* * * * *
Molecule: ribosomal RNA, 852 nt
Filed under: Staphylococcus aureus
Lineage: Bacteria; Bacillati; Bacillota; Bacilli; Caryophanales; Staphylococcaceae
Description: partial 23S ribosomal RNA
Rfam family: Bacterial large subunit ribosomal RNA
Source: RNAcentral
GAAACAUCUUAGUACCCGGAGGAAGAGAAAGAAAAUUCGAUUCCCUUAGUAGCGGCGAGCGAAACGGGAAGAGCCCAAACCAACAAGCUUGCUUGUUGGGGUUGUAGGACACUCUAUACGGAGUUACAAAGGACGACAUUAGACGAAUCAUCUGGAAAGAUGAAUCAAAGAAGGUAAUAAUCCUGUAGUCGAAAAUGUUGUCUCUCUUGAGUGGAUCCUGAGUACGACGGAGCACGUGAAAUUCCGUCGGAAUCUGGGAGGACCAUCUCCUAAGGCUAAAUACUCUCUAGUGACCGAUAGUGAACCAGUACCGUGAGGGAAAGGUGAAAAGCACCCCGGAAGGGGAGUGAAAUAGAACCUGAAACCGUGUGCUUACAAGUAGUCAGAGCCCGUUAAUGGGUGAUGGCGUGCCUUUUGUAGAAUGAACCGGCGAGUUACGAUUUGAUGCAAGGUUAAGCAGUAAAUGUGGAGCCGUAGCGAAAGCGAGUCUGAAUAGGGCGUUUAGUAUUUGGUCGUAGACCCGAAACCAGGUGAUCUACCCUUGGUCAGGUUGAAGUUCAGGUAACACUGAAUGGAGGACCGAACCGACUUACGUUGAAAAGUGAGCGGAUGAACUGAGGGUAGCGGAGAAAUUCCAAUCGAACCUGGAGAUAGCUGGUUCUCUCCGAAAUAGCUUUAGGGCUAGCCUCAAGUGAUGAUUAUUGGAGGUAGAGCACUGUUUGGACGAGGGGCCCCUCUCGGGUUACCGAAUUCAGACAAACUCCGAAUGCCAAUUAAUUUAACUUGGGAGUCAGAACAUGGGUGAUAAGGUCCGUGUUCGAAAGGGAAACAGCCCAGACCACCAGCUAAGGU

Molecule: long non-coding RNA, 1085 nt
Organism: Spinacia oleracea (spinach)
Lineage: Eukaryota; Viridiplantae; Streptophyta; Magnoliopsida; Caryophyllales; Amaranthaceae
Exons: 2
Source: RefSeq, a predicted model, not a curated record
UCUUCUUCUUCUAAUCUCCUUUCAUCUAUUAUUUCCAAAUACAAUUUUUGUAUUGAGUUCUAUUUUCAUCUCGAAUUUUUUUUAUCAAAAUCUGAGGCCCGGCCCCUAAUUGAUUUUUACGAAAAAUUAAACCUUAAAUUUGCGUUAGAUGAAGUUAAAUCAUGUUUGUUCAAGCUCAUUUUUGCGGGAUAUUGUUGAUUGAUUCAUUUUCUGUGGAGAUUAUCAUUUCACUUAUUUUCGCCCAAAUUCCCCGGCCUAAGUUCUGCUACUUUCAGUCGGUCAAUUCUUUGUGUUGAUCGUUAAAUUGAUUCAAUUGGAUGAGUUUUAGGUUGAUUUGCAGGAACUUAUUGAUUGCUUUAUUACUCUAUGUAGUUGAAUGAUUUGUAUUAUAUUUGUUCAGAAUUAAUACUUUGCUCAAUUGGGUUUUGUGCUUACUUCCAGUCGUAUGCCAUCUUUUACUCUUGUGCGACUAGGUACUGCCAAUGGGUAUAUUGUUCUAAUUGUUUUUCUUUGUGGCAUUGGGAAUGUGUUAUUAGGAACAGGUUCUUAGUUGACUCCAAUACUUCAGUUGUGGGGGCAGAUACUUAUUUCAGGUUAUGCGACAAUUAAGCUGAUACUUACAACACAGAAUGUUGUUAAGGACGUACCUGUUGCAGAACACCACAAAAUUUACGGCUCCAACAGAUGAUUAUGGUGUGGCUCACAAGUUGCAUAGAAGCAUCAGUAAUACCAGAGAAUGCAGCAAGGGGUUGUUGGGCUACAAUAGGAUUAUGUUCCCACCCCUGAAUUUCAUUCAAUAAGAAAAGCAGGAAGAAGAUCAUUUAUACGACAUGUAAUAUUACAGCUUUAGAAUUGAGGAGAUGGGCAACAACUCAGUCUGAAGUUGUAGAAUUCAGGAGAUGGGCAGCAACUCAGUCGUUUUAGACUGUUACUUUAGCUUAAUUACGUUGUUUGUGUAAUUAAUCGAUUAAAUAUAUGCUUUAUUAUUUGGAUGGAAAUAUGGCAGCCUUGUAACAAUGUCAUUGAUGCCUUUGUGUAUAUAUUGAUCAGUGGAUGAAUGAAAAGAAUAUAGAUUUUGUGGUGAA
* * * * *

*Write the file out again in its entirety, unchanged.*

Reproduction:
Molecule: ribosomal RNA, 852 nt
Filed under: Staphylococcus aureus
Lineage: Bacteria; Bacillati; Bacillota; Bacilli; Caryophanales; Staphylococcaceae
Description: partial 23S ribosomal RNA
Rfam family: Bacterial large subunit ribosomal RNA
Source: RNAcentral
GAAACAUCUUAGUACCCGGAGGAAGAGAAAGAAAAUUCGAUUCCCUUAGUAGCGGCGAGCGAAACGGGAAGAGCCCAAACCAACAAGCUUGCUUGUUGGGGUUGUAGGACACUCUAUACGGAGUUACAAAGGACGACAUUAGACGAAUCAUCUGGAAAGAUGAAUCAAAGAAGGUAAUAAUCCUGUAGUCGAAAAUGUUGUCUCUCUUGAGUGGAUCCUGAGUACGACGGAGCACGUGAAAUUCCGUCGGAAUCUGGGAGGACCAUCUCCUAAGGCUAAAUACUCUCUAGUGACCGAUAGUGAACCAGUACCGUGAGGGAAAGGUGAAAAGCACCCCGGAAGGGGAGUGAAAUAGAACCUGAAACCGUGUGCUUACAAGUAGUCAGAGCCCGUUAAUGGGUGAUGGCGUGCCUUUUGUAGAAUGAACCGGCGAGUUACGAUUUGAUGCAAGGUUAAGCAGUAAAUGUGGAGCCGUAGCGAAAGCGAGUCUGAAUAGGGCGUUUAGUAUUUGGUCGUAGACCCGAAACCAGGUGAUCUACCCUUGGUCAGGUUGAAGUUCAGGUAACACUGAAUGGAGGACCGAACCGACUUACGUUGAAAAGUGAGCGGAUGAACUGAGGGUAGCGGAGAAAUUCCAAUCGAACCUGGAGAUAGCUGGUUCUCUCCGAAAUAGCUUUAGGGCUAGCCUCAAGUGAUGAUUAUUGGAGGUAGAGCACUGUUUGGACGAGGGGCCCCUCUCGGGUUACCGAAUUCAGACAAACUCCGAAUGCCAAUUAAUUUAACUUGGGAGUCAGAACAUGGGUGAUAAGGUCCGUGUUCGAAAGGGAAACAGCCCAGACCACCAGCUAAGGU

Molecule: long non-coding RNA, 1085 nt
Organism: Spinacia oleracea (spinach)
Lineage: Eukaryota; Viridiplantae; Streptophyta; Magnoliopsida; Caryophyllales; Amaranthaceae
Exons: 2
Source: RefSeq, a predicted model, not a curated record
UCUUCUUCUUCUAAUCUCCUUUCAUCUAUUAUUUCCAAAUACAAUUUUUGUAUUGAGUUCUAUUUUCAUCUCGAAUUUUUUUUAUCAAAAUCUGAGGCCCGGCCCCUAAUUGAUUUUUACGAAAAAUUAAACCUUAAAUUUGCGUUAGAUGAAGUUAAAUCAUGUUUGUUCAAGCUCAUUUUUGCGGGAUAUUGUUGAUUGAUUCAUUUUCUGUGGAGAUUAUCAUUUCACUUAUUUUCGCCCAAAUUCCCCGGCCUAAGUUCUGCUACUUUCAGUCGGUCAAUUCUUUGUGUUGAUCGUUAAAUUGAUUCAAUUGGAUGAGUUUUAGGUUGAUUUGCAGGAACUUAUUGAUUGCUUUAUUACUCUAUGUAGUUGAAUGAUUUGUAUUAUAUUUGUUCAGAAUUAAUACUUUGCUCAAUUGGGUUUUGUGCUUACUUCCAGUCGUAUGCCAUCUUUUACUCUUGUGCGACUAGGUACUGCCAAUGGGUAUAUUGUUCUAAUUGUUUUUCUUUGUGGCAUUGGGAAUGUGUUAUUAGGAACAGGUUCUUAGUUGACUCCAAUACUUCAGUUGUGGGGGCAGAUACUUAUUUCAGGUUAUGCGACAAUUAAGCUGAUACUUACAACACAGAAUGUUGUUAAGGACGUACCUGUUGCAGAACACCACAAAAUUUACGGCUCCAACAGAUGAUUAUGGUGUGGCUCACAAGUUGCAUAGAAGCAUCAGUAAUACCAGAGAAUGCAGCAAGGGGUUGUUGGGCUACAAUAGGAUUAUGUUCCCACCCCUGAAUUUCAUUCAAUAAGAAAAGCAGGAAGAAGAUCAUUUAUACGACAUGUAAUAUUACAGCUUUAGAAUUGAGGAGAUGGGCAACAACUCAGUCUGAAGUUGUAGAAUUCAGGAGAUGGGCAGCAACUCAGUCGUUUUAGACUGUUACUUUAGCUUAAUUACGUUGUUUGUGUAAUUAAUCGAUUAAAUAUAUGCUUUAUUAUUUGGAUGGAAAUAUGGCAGCCUUGUAACAAUGUCAUUGAUGCCUUUGUGUAUAUAUUGAUCAGUGGAUGAAUGAAAAGAAUAUAGAUUUUGUGGUGAA